The treatment landscape for hypothyroidism in dogs is dramatically changing… but first some background on the disease for those of you who are unfamiliar with it.
Hypothyroidism is one of the most common endocrine (hormonal) diseases of dogs. The condition usually develops when the dog’s own immune system destroys functional thyroid tissue, resulting in lower than normal concentrations of thyroid hormone in the body.
The thyroid gland is essentially responsible for setting a dog’s metabolic rate, and some of the classic signs of hypothyroidism, such as weight gain, lethargy, and heat-seeking behaviors, reflect that role. Other common symptoms include recurrent infections (particularly of the skin and urinary tract) and hair loss. In some cases, seizures or other neurologic problems, tendon or ligament injuries, and a thickening of the skin producing a “tragic” facial expression may also develop.
When dogs have some of these symptoms and blood work has revealed low thyroid hormone levels, and they have not been diagnosed with another disease or treated with a drug known to reduce thyroid hormone levels, a tentative diagnosis of hypothyroidism is appropriate. I say “tentative” because the last stage of diagnosis should be response to treatment.
If your dog’s symptoms improve with thyroid hormone replacement therapy after recheck blood work has confirmed that therapeutic levels have been reached, you can be confident that your dog truly has hypothyroidism and that hormone replacement therapy should continue.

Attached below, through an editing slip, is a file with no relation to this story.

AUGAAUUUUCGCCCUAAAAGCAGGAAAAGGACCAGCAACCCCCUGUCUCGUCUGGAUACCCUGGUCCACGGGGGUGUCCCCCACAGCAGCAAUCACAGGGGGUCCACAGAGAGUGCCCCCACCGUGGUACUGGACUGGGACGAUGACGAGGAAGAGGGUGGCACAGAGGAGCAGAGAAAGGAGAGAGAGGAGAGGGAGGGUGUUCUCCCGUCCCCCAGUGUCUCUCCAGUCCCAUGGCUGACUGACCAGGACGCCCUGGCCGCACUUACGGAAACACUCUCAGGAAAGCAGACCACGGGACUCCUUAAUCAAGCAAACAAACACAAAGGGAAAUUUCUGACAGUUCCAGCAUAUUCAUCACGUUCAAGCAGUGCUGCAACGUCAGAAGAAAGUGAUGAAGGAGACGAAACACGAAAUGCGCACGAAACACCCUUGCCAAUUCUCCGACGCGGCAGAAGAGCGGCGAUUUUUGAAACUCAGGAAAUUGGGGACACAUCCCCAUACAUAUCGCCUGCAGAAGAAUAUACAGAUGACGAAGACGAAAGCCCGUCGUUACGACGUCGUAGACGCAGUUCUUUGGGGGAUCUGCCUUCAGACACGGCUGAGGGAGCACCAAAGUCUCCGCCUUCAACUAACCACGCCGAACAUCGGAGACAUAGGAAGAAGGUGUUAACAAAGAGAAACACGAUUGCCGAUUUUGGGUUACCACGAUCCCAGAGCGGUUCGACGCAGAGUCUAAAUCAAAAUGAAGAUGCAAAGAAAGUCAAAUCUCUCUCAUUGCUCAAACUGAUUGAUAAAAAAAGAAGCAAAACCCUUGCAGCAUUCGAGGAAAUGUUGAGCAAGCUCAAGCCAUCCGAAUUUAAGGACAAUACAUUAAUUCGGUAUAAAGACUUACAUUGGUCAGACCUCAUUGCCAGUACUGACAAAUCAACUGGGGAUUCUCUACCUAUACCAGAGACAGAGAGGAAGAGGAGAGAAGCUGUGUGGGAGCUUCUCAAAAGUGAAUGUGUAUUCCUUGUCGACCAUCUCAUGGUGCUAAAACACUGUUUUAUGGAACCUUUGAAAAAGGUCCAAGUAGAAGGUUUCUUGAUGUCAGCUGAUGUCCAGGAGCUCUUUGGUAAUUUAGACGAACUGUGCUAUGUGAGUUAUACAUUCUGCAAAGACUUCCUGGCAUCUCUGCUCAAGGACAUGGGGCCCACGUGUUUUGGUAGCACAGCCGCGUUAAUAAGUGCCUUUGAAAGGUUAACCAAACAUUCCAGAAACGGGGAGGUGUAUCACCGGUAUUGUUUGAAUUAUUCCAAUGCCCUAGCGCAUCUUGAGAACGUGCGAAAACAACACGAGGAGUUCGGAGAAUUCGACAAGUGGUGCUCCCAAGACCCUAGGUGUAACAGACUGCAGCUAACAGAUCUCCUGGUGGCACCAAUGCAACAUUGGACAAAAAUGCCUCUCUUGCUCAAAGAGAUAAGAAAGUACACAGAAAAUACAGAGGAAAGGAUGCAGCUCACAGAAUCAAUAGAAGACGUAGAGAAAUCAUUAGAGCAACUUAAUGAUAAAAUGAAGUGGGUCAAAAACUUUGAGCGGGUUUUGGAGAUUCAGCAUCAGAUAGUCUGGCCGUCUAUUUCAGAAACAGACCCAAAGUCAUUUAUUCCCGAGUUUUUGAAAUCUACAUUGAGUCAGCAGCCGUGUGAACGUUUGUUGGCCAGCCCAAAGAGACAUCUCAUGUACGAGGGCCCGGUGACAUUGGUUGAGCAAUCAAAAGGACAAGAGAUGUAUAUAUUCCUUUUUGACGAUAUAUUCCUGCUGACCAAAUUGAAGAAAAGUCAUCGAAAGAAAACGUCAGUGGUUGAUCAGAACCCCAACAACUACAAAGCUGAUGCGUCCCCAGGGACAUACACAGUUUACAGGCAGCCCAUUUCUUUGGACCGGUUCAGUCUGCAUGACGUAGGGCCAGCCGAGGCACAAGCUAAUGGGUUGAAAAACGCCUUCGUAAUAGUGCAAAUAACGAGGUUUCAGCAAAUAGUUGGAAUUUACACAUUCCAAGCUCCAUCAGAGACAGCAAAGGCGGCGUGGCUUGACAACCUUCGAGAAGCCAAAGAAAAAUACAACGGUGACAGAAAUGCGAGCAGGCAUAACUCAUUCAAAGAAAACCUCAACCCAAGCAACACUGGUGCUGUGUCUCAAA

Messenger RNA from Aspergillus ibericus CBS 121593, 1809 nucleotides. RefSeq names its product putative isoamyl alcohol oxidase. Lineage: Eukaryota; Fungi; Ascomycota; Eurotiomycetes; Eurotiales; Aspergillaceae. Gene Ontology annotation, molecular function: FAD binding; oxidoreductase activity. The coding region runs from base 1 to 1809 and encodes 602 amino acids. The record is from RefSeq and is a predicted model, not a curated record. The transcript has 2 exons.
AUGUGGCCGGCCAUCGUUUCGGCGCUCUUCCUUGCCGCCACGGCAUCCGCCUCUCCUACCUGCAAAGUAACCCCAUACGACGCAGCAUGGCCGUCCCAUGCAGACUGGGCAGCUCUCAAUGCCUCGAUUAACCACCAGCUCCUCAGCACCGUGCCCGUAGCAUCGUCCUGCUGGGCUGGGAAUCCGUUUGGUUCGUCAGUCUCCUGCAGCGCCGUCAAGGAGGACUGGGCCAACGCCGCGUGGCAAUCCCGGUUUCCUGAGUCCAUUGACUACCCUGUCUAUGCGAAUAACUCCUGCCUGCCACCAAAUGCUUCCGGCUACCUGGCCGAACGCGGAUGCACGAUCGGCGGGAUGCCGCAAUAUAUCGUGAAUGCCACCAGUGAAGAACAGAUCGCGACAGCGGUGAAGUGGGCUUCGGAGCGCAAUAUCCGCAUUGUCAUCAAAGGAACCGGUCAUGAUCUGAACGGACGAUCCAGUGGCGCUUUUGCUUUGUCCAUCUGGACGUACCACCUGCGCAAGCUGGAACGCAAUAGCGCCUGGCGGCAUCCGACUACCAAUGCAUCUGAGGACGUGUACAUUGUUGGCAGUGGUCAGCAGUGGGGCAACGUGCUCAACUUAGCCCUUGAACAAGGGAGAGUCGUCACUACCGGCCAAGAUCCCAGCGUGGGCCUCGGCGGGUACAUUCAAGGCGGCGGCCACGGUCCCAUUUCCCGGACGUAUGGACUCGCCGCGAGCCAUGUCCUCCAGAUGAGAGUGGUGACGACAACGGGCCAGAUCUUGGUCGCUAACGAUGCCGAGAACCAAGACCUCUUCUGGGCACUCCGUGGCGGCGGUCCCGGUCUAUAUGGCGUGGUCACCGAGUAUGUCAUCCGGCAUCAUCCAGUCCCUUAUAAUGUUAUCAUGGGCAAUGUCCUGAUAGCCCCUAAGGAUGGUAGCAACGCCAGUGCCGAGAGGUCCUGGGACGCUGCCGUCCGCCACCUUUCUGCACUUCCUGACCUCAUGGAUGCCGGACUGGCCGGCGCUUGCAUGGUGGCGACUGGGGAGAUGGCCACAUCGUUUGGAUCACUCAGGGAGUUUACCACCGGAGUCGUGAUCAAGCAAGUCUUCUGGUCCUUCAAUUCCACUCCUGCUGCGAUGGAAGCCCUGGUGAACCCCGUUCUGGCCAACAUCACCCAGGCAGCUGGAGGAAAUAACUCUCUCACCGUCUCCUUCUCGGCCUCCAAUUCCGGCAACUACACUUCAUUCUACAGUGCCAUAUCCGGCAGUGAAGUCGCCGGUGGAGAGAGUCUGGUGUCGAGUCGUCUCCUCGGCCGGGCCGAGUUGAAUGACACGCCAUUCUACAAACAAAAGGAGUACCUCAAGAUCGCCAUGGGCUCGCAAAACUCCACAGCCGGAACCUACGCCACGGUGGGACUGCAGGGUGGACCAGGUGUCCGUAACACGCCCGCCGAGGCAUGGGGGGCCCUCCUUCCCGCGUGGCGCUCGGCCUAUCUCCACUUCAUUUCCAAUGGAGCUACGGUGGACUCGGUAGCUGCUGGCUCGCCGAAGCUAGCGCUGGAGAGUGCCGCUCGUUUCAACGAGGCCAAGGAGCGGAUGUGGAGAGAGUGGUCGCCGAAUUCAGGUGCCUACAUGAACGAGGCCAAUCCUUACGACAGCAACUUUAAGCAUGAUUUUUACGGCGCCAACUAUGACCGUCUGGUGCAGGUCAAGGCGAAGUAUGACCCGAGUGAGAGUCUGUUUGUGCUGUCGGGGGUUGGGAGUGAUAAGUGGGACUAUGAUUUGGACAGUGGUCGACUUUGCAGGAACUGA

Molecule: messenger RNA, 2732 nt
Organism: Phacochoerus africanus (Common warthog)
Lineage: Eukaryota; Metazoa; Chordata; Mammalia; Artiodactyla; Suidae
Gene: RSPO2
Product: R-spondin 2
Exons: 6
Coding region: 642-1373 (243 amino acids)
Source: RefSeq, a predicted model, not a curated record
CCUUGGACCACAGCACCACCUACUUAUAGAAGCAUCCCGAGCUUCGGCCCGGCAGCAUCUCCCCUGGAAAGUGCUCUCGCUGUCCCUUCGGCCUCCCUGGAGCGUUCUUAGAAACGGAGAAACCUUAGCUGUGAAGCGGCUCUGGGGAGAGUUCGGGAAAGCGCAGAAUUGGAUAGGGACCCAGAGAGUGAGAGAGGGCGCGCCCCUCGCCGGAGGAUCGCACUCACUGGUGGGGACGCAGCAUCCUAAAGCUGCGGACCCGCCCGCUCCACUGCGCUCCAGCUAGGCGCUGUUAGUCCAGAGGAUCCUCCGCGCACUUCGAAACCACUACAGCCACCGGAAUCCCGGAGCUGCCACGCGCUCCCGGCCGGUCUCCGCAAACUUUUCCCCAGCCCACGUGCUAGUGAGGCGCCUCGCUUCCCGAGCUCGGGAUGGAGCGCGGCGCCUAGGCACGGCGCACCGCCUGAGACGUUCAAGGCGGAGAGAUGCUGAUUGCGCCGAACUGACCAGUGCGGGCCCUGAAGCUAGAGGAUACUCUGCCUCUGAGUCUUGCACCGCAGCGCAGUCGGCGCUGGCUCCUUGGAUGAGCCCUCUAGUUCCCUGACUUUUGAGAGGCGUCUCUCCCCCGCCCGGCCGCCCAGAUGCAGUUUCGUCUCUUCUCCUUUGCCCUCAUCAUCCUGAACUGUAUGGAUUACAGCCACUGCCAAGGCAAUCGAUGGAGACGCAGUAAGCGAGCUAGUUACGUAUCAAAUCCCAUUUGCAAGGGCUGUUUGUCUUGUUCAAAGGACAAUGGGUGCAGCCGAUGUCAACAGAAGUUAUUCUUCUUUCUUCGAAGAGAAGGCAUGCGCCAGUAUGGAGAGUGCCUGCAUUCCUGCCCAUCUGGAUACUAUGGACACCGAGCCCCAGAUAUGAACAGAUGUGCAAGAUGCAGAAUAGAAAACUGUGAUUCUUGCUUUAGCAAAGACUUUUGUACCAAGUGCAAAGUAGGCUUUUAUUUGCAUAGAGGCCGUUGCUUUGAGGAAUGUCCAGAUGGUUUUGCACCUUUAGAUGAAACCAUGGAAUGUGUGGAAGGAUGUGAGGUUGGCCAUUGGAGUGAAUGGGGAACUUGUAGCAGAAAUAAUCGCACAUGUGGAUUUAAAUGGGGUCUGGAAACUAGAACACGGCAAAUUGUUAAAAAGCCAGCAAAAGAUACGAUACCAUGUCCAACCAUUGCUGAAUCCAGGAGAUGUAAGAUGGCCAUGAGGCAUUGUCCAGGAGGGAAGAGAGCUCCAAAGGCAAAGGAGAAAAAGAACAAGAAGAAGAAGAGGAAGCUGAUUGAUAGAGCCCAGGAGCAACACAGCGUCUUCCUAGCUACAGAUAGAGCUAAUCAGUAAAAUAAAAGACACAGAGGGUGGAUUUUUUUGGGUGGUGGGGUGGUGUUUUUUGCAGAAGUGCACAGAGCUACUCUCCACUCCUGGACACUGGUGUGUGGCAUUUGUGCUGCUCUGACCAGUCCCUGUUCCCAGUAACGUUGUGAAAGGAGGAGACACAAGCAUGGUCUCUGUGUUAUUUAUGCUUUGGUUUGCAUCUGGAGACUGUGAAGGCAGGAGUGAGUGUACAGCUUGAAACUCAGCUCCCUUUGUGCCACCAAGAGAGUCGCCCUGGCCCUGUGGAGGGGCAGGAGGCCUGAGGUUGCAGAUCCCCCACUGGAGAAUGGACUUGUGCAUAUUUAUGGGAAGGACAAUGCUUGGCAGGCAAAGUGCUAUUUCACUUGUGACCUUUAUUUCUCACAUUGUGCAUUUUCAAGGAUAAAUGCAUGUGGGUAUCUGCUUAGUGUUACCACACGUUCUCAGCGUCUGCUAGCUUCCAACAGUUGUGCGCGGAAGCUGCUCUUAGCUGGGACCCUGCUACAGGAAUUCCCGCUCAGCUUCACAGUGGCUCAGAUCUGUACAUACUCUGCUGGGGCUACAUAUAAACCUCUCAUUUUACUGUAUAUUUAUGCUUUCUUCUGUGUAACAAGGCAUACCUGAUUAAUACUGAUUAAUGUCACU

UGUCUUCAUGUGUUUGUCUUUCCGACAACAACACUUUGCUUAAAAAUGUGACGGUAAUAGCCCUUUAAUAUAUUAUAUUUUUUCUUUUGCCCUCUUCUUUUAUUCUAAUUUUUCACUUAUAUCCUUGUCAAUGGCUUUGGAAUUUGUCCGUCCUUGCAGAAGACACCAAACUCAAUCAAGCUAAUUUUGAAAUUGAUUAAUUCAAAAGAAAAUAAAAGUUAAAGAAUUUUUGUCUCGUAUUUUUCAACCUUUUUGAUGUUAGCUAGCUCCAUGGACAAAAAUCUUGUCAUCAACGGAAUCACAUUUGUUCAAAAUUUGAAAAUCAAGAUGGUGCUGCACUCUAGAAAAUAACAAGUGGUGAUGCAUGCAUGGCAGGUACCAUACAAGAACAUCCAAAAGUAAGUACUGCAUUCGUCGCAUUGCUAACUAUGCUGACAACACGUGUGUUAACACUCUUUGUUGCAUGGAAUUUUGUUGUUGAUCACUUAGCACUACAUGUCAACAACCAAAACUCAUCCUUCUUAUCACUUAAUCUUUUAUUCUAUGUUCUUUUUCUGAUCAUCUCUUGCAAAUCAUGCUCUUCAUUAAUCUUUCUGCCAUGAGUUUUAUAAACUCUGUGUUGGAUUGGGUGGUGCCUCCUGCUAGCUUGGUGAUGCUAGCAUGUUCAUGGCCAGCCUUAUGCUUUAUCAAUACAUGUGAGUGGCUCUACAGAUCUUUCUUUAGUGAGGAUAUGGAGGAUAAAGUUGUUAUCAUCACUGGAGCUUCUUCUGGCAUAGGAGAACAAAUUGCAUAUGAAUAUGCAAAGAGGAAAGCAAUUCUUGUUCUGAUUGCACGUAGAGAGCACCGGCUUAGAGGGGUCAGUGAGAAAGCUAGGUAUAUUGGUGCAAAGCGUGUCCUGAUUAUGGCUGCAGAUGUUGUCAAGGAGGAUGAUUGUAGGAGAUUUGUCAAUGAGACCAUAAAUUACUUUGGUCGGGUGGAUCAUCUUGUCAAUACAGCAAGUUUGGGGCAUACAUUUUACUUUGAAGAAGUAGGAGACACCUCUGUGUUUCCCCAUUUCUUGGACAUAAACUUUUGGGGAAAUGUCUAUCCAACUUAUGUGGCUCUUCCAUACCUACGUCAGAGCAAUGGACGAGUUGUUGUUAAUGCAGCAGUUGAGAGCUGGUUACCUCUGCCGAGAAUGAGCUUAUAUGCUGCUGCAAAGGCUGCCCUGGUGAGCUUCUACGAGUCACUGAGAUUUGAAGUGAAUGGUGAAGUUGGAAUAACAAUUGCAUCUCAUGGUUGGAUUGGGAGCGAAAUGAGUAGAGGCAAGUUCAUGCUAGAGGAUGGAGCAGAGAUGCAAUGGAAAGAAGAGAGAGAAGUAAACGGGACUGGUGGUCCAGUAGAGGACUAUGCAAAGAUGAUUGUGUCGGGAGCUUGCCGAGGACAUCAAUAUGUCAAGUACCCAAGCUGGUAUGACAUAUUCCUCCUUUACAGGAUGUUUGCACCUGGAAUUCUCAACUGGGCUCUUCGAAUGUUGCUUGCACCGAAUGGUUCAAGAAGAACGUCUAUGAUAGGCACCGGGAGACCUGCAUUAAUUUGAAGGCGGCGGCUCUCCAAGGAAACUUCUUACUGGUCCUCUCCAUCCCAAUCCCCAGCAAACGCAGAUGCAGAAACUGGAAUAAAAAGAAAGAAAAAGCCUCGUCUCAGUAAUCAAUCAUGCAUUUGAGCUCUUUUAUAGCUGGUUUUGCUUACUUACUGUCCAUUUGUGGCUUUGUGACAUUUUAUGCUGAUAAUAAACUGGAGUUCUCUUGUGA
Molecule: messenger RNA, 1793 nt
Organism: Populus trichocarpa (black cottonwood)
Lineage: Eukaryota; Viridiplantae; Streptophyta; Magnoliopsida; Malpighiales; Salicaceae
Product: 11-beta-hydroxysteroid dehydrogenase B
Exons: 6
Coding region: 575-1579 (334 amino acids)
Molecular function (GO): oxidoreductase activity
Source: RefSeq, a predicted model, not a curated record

But now there are far fewer treatment options for hypothyroidism in dogs. Veterinarians in the United States used to have 10 brands of thyroid hormone replacement to choose from… now we have only one. True, all of these products contain the same active ingredient, levothyroxine, but most veterinarians can tell stories about how, for unknown reasons, Brand A seemed to work better for Boomer while Brand B was the better choice for Annie.
How did this happen? The U.S. Food and Drug Administration (FDA) recently approved one product, Thyro-Tabs Canine, for the treatment of hypothyroidism in dogs. Now that there is an FDA-approved drug available (none of the manufacturers had gone through this process in the past) it is illegal for other companies to manufacture or distribute levothyroxine for dogs. As the FDA announcement of the change put it:
In January 2016, FDA issued warning letters to companies manufacturing an unapproved levothyroxine product informing them that they are in violation of the law. If a company continues to manufacture an unapproved levothyroxine product, the agency may take enforcement action, such as seizing the illegal product, filing for an injunction to prevent further sale of the product, or both.
Unapproved animal drugs may not meet the agency’s strict standards for safety and effectiveness. They also may not be properly manufactured or labeled.
I don’t know whether this change will ultimately be beneficial or detrimental. Perhaps some of the variation veterinarians have seen in their patients’ response to levothyroxine has been due to inconsistent product quality, which shouldn’t be a problem in an FDA-approved drug. On the other hand, I can envision levothyroxine shortages and increased costs now that only one manufacturer is responsible for supplying the drug to all hypothyroid dogs in the U.S., at least until another company applies for FDA approval.
Only time will tell.